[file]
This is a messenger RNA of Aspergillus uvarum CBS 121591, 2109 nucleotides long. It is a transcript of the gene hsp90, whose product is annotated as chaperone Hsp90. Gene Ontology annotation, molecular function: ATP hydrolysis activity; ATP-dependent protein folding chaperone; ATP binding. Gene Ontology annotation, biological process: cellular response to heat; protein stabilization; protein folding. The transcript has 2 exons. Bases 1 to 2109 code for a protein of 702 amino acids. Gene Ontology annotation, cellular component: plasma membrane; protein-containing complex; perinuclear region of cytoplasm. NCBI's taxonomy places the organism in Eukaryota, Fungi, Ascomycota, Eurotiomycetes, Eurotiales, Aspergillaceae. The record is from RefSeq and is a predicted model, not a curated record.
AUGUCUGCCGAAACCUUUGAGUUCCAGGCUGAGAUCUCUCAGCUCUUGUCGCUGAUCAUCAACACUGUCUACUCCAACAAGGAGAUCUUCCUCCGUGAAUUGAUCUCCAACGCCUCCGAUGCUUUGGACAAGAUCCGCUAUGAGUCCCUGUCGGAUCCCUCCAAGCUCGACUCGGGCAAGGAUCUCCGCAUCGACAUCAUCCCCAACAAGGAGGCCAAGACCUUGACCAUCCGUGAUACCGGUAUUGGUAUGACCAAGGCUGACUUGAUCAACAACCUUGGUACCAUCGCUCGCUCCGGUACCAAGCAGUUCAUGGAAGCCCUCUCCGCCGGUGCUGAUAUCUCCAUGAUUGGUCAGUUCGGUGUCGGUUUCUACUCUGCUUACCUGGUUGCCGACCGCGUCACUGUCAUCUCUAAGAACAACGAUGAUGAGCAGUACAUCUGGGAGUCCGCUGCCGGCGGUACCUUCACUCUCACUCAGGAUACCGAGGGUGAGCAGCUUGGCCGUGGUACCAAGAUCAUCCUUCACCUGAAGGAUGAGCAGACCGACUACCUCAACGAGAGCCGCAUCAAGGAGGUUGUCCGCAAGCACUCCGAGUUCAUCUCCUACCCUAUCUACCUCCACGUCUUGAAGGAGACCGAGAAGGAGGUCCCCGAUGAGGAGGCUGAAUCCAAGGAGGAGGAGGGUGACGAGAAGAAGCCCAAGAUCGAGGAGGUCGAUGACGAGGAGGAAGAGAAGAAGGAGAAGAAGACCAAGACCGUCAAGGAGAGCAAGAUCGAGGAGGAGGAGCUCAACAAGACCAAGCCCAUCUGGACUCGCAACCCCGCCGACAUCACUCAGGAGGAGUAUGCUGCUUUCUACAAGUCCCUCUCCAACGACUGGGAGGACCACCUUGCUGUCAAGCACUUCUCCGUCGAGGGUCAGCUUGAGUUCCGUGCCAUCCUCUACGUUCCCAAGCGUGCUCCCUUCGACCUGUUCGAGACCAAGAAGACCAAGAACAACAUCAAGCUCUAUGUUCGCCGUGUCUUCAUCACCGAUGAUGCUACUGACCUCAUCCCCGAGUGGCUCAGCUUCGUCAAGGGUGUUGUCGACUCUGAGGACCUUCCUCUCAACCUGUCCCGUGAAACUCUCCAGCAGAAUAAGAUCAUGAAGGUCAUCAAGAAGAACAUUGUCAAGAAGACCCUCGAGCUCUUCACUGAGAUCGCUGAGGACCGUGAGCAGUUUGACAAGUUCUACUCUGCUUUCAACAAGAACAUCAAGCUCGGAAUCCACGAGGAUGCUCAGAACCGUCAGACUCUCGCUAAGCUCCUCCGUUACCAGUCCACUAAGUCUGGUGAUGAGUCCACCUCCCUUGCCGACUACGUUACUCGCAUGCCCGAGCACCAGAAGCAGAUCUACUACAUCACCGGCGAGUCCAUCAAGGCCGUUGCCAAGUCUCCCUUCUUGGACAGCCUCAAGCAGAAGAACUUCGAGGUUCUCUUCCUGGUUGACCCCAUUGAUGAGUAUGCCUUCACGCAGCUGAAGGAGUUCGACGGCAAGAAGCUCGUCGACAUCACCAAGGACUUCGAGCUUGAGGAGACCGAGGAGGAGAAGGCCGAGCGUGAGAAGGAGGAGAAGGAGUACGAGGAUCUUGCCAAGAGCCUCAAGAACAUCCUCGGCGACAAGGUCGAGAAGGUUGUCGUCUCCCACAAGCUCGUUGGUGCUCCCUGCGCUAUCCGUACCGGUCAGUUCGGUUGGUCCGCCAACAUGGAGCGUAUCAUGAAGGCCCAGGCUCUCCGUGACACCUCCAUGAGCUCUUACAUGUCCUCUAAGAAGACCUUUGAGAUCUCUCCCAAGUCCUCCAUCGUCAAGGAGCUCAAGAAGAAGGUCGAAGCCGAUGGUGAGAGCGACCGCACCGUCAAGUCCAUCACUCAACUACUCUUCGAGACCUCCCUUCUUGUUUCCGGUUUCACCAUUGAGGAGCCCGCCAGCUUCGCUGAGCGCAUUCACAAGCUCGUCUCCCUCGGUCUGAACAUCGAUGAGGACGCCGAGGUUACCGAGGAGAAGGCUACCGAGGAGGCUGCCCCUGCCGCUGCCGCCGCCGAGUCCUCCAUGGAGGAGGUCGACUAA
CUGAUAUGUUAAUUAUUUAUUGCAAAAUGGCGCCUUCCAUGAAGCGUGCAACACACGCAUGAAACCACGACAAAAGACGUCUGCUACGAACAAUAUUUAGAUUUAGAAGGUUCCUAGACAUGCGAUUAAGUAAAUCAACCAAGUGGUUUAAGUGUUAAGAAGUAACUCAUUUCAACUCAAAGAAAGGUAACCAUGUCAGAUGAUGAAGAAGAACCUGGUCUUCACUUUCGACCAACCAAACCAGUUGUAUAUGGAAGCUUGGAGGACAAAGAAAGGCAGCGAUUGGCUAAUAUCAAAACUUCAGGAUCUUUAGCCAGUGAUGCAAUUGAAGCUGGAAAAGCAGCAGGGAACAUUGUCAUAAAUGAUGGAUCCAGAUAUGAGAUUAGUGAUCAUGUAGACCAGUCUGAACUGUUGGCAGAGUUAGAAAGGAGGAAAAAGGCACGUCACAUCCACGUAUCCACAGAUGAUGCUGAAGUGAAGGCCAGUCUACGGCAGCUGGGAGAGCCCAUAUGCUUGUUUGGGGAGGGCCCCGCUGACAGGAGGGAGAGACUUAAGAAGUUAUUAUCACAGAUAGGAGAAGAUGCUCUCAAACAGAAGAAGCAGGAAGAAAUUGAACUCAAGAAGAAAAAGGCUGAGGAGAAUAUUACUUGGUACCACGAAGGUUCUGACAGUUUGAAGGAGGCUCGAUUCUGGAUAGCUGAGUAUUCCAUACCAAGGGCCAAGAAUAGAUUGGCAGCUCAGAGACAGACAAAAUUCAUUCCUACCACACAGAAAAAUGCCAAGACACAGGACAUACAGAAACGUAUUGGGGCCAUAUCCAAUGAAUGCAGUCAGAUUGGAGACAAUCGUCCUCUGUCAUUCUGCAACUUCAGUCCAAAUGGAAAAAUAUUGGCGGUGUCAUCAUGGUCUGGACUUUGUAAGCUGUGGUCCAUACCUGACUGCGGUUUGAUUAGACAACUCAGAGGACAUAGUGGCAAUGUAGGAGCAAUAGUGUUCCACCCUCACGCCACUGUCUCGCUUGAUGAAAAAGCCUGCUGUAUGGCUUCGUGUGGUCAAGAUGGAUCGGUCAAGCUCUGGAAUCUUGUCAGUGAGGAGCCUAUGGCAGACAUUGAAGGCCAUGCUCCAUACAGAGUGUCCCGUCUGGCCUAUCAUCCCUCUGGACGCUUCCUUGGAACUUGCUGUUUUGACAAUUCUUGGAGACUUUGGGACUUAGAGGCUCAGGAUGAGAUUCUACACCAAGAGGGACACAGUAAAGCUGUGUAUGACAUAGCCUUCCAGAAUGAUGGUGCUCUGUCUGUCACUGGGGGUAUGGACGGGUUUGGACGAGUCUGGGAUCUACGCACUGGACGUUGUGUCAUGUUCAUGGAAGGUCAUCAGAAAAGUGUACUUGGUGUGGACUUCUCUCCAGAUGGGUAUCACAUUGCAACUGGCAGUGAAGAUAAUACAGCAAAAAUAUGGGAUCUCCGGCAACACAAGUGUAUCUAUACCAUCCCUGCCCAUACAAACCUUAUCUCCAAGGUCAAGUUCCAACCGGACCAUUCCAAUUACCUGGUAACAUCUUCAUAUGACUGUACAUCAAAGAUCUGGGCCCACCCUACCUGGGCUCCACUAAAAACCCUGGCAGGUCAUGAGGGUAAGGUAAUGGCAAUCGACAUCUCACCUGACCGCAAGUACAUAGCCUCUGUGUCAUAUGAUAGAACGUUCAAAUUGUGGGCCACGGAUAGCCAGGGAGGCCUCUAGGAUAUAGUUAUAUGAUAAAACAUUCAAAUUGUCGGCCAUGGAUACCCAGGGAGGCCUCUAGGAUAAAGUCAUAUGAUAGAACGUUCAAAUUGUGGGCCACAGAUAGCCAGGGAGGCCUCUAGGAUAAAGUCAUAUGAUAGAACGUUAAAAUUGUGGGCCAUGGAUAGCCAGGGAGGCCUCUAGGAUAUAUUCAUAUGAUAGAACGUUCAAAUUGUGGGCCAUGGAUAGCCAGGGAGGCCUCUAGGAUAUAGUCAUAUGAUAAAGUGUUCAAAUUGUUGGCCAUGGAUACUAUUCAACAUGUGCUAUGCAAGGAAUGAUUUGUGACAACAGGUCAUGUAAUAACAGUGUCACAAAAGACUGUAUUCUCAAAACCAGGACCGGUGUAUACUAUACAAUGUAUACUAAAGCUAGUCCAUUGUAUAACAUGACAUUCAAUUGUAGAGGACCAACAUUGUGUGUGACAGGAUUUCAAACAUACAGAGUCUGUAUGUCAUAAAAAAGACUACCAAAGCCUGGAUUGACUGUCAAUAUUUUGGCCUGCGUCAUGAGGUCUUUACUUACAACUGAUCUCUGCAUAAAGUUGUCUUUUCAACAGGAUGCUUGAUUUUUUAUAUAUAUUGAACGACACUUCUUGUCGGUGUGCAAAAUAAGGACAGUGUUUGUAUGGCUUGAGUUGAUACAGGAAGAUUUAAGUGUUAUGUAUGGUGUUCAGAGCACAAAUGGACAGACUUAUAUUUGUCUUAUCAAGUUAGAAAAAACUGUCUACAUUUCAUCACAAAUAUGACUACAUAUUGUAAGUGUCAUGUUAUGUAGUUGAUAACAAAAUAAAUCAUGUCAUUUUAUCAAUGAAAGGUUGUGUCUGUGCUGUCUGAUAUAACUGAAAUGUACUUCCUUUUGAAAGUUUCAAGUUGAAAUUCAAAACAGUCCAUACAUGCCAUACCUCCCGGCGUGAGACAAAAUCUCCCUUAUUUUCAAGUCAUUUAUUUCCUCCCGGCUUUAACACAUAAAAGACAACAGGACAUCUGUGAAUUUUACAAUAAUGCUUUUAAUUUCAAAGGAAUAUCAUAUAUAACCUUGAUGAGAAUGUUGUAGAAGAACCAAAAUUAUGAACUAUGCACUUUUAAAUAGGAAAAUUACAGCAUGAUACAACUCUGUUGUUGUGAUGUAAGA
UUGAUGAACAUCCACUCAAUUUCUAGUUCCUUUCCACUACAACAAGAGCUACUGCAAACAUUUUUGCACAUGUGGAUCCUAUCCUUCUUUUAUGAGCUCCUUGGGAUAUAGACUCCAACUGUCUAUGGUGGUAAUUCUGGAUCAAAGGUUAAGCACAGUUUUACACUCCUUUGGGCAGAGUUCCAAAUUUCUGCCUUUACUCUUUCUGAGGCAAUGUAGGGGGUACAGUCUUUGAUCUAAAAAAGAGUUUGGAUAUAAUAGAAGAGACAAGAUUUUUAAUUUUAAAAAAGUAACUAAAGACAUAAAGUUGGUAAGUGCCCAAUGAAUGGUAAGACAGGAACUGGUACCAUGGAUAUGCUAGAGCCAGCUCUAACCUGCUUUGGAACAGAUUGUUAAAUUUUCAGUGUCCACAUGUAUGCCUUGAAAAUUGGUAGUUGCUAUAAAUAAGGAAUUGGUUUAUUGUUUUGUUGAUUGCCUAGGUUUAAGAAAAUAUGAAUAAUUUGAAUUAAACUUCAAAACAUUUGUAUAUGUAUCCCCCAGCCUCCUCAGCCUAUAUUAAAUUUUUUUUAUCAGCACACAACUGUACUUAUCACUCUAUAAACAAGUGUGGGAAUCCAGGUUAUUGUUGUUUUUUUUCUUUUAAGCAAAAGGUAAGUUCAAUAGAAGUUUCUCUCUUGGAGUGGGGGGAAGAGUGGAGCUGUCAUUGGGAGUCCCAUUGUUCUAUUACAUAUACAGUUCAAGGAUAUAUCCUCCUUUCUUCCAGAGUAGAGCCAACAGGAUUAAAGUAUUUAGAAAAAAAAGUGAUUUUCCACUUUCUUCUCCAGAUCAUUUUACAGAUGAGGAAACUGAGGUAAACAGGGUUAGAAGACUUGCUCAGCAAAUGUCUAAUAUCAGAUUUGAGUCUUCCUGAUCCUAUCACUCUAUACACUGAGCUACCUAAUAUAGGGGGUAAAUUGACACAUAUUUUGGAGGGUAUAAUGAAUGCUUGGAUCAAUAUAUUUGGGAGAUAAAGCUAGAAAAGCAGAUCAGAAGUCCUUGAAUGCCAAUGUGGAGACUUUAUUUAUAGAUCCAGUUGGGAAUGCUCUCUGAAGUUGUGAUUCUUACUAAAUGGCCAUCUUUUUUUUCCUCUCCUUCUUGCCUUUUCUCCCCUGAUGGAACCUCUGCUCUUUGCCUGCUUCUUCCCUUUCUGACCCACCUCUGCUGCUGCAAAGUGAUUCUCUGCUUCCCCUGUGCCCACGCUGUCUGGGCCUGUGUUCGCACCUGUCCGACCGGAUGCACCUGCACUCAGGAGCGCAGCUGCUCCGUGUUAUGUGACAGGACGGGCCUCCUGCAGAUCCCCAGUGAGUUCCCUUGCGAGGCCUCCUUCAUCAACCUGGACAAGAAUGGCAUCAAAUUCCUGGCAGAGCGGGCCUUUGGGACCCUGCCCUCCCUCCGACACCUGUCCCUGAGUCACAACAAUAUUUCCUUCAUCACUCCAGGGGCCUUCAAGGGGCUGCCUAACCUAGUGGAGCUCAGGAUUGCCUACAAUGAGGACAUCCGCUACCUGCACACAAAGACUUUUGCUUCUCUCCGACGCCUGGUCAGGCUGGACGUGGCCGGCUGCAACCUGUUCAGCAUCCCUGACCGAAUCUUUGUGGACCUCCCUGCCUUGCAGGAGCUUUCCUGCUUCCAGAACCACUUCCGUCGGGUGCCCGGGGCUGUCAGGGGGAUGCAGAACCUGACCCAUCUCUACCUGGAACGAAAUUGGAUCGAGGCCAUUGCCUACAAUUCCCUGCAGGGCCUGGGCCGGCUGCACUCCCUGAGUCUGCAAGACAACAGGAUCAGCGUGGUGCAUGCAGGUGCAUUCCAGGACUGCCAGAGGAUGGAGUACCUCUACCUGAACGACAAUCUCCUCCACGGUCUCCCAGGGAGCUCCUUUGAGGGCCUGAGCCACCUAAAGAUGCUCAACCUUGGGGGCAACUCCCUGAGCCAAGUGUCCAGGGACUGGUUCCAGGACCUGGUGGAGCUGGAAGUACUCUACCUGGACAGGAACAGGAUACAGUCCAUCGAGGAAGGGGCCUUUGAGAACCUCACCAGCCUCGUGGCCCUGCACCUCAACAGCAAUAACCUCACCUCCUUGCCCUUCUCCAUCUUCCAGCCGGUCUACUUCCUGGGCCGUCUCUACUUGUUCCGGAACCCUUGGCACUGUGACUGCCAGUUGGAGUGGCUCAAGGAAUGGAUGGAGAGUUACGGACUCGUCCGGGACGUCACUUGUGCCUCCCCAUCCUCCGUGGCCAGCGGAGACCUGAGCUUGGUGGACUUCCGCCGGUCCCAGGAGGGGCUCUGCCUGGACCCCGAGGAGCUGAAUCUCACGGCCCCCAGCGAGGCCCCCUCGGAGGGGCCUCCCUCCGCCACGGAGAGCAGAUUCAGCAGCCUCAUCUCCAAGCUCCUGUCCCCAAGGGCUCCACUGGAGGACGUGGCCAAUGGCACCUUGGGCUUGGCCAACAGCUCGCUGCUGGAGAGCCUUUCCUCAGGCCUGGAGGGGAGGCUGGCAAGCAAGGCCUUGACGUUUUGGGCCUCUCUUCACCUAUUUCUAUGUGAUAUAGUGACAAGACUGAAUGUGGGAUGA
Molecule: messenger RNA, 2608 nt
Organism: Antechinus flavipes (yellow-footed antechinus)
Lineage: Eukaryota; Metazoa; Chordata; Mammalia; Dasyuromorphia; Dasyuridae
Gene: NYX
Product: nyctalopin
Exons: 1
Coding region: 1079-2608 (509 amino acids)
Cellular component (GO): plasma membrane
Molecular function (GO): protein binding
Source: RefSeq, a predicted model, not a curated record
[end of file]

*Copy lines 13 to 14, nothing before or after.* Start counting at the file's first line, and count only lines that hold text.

Molecular function (GO): protein binding
Source: RefSeq, a predicted model, not a curated record